“If it wasn’t for the end boards, he’d still be going down North Main Avenue,” the coach would later tell the reporters. “Colin Venditto won that game and the only reason he won it was because he had a good stick. It was basically the only good stick we had.”

What nobody knew was that Venditto didn’t have a stick left in his arsenal, either. If somebody had taken a closer look at Venditto’s hockey stick, they might have noticed a white piece of athletic tape covering the stamped name HARPIET on the shaft.

That win was the last time the Feltons would play hockey in Iverhill.  The new owner promised to relocate the team to another city, finish out the regular schedule and negotiate with the league to keep the team in business for the future.

Nobody heard from Max Horn after that game, except for a note that he was getting out of the hockey business and leaving Iverhill for good.

And as far as Harpiet was concerned, his hockey days were over.

“Hey, good luck up north,” Harpiet told Venditto after the game.

“Thanks,” said Venditto. “Here’s your stick back.”

Harpiet took the goal winning stick, then went over to his locker. Pulling out a black magic marker from his locker, he wrote something on the stick, then handed the stick back to Venditto. “You keep it. 20 years from now, you’ll remember your first professional goal, and nobody will believe how you got it.  I did this for a kid when I started out – Tony Hayden, I think he was from Kitchner or Brampton or some place in Ontario.  But he broke his last stick, and his stick pattern was similar to mine.  I gave him my stick, he scored two goals, and next thing you know he’s in the NHL.  Still there, I think.”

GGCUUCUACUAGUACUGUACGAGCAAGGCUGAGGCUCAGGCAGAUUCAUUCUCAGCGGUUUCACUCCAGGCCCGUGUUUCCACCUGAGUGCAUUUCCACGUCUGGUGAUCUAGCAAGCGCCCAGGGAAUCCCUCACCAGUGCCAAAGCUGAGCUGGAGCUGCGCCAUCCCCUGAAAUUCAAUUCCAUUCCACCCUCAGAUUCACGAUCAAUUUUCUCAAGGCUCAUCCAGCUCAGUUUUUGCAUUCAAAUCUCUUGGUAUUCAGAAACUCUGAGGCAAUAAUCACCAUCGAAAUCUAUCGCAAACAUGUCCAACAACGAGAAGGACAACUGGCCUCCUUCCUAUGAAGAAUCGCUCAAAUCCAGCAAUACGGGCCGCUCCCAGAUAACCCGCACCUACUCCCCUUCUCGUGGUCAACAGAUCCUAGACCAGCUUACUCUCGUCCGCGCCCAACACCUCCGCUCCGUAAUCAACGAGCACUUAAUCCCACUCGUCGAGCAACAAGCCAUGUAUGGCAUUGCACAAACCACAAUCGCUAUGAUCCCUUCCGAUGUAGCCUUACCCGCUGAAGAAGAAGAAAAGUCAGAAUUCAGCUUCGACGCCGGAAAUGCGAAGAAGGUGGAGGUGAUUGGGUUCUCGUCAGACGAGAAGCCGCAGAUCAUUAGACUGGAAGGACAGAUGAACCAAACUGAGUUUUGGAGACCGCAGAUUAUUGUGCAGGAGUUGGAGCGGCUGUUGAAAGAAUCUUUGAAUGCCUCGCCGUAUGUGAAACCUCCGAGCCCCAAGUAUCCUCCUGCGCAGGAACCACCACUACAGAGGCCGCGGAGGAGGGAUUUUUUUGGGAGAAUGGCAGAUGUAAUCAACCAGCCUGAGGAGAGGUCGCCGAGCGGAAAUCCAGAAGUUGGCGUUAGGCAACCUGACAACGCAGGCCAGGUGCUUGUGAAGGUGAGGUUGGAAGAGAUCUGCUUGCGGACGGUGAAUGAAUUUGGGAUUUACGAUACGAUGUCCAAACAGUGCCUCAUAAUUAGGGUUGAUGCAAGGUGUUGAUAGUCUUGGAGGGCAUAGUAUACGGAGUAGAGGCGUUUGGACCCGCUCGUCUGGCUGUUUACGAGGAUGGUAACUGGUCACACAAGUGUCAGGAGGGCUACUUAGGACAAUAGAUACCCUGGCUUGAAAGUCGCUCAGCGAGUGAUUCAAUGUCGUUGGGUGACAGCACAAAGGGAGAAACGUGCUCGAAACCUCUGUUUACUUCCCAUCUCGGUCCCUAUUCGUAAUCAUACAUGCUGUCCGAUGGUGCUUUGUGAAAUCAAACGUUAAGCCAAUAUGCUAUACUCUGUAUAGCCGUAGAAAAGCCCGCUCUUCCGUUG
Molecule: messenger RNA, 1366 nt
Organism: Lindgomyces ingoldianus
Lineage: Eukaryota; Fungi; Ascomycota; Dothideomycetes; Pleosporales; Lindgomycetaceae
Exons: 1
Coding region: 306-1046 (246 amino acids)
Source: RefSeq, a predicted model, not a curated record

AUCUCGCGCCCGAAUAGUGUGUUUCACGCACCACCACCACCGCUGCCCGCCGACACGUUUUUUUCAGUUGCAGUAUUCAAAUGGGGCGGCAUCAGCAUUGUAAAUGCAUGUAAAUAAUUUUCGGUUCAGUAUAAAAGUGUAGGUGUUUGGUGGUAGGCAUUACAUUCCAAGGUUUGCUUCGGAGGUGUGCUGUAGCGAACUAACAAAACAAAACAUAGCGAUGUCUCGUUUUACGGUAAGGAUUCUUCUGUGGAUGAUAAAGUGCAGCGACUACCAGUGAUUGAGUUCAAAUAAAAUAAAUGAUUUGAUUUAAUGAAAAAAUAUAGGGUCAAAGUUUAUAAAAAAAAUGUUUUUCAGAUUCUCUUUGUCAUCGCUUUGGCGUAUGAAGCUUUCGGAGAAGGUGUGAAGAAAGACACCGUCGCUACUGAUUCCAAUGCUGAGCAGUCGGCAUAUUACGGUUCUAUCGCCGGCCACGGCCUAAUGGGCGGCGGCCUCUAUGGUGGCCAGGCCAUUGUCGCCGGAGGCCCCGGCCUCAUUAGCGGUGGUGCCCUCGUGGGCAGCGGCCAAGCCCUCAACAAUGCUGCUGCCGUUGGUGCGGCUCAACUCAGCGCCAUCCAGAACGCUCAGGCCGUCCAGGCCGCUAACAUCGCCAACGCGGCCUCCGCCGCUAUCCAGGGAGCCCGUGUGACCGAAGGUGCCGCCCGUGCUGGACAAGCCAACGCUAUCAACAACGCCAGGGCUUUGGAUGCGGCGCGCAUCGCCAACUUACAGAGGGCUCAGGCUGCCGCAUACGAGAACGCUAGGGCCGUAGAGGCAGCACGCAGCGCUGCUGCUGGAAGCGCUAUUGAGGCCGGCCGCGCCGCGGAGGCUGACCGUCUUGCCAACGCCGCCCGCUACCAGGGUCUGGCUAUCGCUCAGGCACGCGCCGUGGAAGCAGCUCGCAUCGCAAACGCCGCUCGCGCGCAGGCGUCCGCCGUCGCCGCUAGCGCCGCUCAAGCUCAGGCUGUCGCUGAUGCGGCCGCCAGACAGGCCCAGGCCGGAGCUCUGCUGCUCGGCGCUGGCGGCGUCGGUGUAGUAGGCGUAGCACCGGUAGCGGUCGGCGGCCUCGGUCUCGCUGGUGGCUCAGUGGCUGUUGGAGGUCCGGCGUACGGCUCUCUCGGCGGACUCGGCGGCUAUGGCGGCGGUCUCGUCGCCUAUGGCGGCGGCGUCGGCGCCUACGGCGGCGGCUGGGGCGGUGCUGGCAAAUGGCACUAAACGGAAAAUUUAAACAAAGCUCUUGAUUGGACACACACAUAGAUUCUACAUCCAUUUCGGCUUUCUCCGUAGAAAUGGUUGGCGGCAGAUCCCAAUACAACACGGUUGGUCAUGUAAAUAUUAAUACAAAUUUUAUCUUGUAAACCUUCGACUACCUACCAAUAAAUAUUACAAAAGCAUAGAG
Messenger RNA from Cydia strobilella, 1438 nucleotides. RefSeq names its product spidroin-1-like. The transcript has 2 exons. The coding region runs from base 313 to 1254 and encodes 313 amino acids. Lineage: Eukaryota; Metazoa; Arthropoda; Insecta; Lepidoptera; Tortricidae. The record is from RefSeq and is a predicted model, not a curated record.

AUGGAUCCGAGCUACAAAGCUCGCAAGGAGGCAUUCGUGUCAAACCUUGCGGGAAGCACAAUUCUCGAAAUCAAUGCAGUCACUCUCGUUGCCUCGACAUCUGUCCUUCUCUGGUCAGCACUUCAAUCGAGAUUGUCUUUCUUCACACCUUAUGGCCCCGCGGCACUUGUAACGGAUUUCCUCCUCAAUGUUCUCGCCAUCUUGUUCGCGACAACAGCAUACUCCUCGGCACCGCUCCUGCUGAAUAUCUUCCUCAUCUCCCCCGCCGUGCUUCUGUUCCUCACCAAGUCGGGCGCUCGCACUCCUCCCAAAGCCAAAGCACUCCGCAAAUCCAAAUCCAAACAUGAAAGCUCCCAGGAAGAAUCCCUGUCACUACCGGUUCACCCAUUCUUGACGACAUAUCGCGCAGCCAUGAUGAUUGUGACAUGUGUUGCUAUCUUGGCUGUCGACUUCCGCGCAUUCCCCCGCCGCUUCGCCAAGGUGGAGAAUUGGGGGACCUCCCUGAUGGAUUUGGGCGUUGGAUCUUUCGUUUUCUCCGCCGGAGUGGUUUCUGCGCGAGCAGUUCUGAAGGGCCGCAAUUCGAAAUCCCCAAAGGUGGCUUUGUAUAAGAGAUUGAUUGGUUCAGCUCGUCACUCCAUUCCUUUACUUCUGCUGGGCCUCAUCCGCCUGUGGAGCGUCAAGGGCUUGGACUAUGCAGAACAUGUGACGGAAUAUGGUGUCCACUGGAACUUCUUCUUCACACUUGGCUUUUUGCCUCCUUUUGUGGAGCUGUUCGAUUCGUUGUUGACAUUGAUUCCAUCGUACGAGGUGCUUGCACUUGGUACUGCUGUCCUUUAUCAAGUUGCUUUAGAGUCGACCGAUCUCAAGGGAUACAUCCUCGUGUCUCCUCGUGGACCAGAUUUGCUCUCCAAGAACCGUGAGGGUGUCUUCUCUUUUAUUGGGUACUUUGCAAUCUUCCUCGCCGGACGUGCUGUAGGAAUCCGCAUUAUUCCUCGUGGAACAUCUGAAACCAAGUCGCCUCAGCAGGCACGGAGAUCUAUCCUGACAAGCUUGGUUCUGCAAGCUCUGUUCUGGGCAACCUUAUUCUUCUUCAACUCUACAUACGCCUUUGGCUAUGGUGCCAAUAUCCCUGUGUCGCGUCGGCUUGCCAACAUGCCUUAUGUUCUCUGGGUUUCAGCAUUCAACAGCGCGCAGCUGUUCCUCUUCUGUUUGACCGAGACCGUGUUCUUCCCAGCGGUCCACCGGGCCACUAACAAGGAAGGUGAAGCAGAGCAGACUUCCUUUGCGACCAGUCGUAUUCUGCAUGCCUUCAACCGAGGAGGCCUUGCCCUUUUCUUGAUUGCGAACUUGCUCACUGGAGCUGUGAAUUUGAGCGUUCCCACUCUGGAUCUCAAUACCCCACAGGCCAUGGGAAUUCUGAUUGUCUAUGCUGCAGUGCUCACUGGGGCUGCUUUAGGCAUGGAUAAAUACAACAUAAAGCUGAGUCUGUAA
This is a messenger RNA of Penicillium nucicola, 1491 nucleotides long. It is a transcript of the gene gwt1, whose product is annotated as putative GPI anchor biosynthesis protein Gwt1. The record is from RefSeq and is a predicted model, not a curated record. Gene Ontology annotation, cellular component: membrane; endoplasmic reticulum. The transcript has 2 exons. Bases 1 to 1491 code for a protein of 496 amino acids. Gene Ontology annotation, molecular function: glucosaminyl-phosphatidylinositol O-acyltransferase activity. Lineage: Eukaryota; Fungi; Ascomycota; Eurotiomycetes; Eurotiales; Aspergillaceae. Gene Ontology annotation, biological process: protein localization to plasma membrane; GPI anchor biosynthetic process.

The rookie took the stick into his hands, reading the note Harpiet wrote upon the shaft. “Congrats on your first pro goal. Glad my stick could help. Jean-Paul Harpiet 29.

Venditto looked up to thank Harpiet for his generosity, but the veteran was gone.  Harpiet and his equipment back would not make the trip north with the Feltons.  Already in his car, Harpiet drove away from the Iverhill Arena for the last time, heading back home to spend Christmas weekend with his wife.

As he stopped at DiGi’s Diner for a quick cup of coffee for the journey home, Harpiet looked inside the equipment bag. He smiled, knowing Gerry the equipment manager followed through with Jean Paul Harpiet’s request. Harpiet’s game worn home jersey, his last ever professional sweater, was in the bag, also on its way to join Harpiet’s other sweaters in a closet.